The only goal of your curriculum vitae: A job interview!
Unfortunately, many applicants don’t ask themselves the following question. Why are you writing a CV? Well, of course, the person conducting the subsequent interviews should be able to gain a positive impression of the applicant’s career to date. But what is the applicant’s goal, YOUR goal?
Your only goal must (and may only) be to receive an invitation to a job interview. Unfortunately, I am continually confronted with the apparently widespread, mostly subconscious misconception that a CV is for getting the applicant a new job. A CV cannot do that! Those who hope it will, are certainly endowing their CV with information irrelevant for the first phase and will thus create fewer chances for later deepening during the interview. And without that interview, there is no job.
How would the focus on the right objective affect the content and wording of the CV? First, I am going to show you a negative example and then a positive alternative:
|10/2008 – 09/2011||Studies at the University of Stockholm|
|Graduated as B.Sc. in Business Administration|
|In addition, my Swedish professional experience was considered equivalent to an MBA degree by a university reviewer in the USA in 2017.|
Of course, it’s not “bad” to write it this way. But you can make much more of the MBA recognition and thus increase the curiosity of the other side to have a personal interview with the applicant. Let’s also correct the boring study mention, as well as the waste of valuable advertising space by the tabular layout. For example like this:
|Education and qualifications|
|03/2017 | MBA (Recognition) W. Albright College, Springfield (MA), USA|
|09/2011 | B.Sc. in Business Administration, University of Stockholm, Sweden|
In the first example, the applicant’s Bachelor’s degree is presented. In the second case, the focus is on the recognized MBA (with completely identical facts). And now, the other side is wondering what kind of college this could be and how she may have gotten this recognition. Well, she must be asked to come in for an interview if they want to find out. 🙂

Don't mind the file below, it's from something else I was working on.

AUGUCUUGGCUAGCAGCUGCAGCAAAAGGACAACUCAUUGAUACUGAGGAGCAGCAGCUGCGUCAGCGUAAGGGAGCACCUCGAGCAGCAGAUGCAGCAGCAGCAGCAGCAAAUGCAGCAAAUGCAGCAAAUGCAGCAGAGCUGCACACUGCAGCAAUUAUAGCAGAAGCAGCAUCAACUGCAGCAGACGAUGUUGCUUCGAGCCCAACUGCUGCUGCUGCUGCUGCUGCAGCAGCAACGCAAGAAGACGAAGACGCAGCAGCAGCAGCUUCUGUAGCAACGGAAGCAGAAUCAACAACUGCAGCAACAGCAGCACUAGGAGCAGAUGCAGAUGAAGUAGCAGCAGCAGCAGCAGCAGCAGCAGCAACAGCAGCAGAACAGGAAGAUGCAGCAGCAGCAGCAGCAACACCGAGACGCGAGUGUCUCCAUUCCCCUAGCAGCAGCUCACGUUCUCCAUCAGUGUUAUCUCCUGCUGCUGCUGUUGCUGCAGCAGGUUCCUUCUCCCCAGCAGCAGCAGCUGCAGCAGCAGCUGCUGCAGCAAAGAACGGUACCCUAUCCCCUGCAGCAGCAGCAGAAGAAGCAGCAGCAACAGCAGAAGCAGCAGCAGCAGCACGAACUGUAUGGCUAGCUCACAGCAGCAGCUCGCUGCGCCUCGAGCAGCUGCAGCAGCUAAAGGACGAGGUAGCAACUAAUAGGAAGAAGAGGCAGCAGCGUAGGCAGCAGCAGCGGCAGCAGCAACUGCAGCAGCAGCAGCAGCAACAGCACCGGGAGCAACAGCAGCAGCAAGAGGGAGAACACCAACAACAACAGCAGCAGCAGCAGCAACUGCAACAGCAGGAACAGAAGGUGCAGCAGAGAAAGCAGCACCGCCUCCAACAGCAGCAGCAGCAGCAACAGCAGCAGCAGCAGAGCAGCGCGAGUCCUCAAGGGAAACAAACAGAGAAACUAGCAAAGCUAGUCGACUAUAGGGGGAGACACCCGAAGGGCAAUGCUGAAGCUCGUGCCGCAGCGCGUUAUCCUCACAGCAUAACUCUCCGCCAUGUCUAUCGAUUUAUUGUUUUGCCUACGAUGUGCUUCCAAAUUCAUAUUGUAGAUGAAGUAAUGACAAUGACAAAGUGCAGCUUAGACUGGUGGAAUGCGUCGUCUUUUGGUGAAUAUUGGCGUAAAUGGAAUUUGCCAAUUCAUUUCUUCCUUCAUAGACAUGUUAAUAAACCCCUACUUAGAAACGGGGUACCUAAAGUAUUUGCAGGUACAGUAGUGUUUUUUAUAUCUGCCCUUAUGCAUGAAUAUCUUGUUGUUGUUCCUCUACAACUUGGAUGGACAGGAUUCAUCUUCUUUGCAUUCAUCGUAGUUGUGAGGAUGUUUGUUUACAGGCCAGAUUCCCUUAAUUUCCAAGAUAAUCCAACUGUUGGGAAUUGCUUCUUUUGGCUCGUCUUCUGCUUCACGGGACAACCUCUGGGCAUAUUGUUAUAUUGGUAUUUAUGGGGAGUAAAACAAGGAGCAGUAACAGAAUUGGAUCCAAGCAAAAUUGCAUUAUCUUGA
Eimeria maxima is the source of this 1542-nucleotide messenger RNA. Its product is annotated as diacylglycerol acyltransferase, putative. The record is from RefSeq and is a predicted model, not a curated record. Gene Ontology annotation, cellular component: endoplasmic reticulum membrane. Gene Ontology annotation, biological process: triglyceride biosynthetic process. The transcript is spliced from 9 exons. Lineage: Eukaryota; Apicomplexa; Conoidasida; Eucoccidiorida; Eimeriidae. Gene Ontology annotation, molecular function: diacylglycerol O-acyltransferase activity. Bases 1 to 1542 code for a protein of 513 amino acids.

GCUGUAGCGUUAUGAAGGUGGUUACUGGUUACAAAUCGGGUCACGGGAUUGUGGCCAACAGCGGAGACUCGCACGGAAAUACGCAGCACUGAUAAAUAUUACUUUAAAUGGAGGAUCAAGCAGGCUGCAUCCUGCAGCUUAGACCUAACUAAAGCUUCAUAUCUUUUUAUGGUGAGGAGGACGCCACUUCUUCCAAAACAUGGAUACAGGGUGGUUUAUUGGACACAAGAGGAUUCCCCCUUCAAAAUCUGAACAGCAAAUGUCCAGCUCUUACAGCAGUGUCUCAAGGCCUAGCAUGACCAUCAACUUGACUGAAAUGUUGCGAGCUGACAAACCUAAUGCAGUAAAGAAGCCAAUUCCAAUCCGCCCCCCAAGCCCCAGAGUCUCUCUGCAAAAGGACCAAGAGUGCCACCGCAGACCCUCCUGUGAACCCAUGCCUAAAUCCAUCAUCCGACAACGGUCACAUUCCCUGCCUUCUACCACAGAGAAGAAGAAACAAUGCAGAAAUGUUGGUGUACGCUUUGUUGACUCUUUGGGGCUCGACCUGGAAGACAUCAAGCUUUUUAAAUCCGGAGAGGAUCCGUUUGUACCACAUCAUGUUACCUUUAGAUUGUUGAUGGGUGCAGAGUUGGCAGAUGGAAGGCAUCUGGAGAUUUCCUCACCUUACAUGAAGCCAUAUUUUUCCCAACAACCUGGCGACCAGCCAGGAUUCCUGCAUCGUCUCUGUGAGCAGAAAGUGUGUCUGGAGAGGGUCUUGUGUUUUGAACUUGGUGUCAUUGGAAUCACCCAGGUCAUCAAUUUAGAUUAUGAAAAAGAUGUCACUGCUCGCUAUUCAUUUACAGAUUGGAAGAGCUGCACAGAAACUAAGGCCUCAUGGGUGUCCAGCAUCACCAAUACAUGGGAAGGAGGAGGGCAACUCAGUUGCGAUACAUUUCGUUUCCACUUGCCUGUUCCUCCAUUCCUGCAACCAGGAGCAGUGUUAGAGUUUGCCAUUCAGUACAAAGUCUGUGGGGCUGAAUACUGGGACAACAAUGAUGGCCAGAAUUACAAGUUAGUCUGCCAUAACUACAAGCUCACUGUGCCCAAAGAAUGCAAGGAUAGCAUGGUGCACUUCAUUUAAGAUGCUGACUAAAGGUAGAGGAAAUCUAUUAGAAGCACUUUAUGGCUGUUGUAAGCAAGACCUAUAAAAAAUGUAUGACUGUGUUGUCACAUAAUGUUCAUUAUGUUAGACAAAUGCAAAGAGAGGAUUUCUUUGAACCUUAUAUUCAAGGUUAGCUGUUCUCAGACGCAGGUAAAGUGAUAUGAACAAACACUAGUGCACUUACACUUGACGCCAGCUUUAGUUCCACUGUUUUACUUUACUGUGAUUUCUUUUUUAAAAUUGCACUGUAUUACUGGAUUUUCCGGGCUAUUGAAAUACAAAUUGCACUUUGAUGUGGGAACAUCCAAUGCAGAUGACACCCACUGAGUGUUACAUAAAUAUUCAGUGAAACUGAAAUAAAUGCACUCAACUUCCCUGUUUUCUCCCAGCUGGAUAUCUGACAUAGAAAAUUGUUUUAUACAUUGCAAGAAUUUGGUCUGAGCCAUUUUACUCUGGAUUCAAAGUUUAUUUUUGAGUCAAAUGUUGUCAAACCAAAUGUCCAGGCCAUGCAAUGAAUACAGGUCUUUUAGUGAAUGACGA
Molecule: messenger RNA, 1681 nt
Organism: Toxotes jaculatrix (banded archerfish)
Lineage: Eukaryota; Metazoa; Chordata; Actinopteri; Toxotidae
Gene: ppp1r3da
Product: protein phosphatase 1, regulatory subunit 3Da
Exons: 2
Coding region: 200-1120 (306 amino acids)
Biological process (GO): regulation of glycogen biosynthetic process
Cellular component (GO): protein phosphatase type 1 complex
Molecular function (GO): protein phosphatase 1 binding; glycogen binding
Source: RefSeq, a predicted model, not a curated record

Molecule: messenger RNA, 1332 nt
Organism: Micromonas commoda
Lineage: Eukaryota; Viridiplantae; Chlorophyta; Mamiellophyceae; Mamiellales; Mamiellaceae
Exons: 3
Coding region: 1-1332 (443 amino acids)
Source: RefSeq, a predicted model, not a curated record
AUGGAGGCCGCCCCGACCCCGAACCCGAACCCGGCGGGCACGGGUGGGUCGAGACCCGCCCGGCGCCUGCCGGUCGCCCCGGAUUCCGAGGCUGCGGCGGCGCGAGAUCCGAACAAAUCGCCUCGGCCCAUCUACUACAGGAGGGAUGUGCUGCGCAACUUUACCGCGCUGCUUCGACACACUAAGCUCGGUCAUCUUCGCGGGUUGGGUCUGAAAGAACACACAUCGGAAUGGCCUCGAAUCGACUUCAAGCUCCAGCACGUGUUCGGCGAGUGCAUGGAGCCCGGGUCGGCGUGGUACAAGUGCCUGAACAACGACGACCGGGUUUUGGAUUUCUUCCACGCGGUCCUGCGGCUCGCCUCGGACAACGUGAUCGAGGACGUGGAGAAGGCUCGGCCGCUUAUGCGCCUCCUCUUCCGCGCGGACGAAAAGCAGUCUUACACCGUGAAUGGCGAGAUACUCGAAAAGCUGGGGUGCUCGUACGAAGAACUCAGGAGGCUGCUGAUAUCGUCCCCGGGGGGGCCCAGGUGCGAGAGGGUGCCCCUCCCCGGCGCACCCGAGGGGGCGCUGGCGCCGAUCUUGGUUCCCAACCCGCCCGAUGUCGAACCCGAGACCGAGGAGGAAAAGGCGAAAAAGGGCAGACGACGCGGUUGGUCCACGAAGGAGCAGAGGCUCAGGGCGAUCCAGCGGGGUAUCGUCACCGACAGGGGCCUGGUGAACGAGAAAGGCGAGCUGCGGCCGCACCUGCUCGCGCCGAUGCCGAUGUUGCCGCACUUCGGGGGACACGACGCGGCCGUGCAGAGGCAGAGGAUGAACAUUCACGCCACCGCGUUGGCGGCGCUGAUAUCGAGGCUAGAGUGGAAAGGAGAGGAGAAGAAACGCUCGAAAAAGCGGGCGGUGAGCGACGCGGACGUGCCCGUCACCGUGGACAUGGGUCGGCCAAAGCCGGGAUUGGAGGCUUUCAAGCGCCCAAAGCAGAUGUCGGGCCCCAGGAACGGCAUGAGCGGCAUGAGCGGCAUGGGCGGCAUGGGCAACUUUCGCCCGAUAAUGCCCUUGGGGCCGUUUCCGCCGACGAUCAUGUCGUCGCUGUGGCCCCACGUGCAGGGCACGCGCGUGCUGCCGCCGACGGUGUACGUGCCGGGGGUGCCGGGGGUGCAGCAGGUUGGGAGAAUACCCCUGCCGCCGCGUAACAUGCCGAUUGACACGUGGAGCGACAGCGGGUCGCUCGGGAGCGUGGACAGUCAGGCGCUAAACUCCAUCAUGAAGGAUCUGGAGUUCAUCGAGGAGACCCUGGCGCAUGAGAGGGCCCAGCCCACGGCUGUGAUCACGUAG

So, to summarize:
My CV is mainly needed to maximize my chances for a job interview. Therefore, I will deliberately refrain from answering all possible questions in it. I will rather focus on content that will make the recipient really curious to learn more about me and my career to date.
Nothing more! But this is very important and a lot for the first step, because without an interview there probably won’t be a second one. If you have been sending out your CV for a while already but have not received many invitations to an interview, I strongly recommend that you thoroughly examine your CV now.
In the end, all your activities, as well as your application documents, should present your professional past in a way that the only logical consequence for the future is taking up exactly the position you are applying for. The closer you get to this ideal when creating your CV etc., the higher your chances of being offered the desired position at a later date.
On August 18th, Mr. Kay-Dietrich K. from Hamburg wrote:
»When we started out that time, Michael told me that I would be able to use the things we were to cover for the rest of my professional life as they represented all the important psychological basics. He was right.«
A positive side-effect for the job interview
Such a focus has another advantage. It allows you to influence the topics of the subsequent interviews quite a bit. Maybe you have a few weaknesses you don’t want to talk about during the interview? Then use your CV to pique the curiosity of the recruitment manager about those aspects that will make you stand out as a high-achiever upon closer inspection. And suddenly, there is no time left to talk about the other points, “unfortunately”. 😉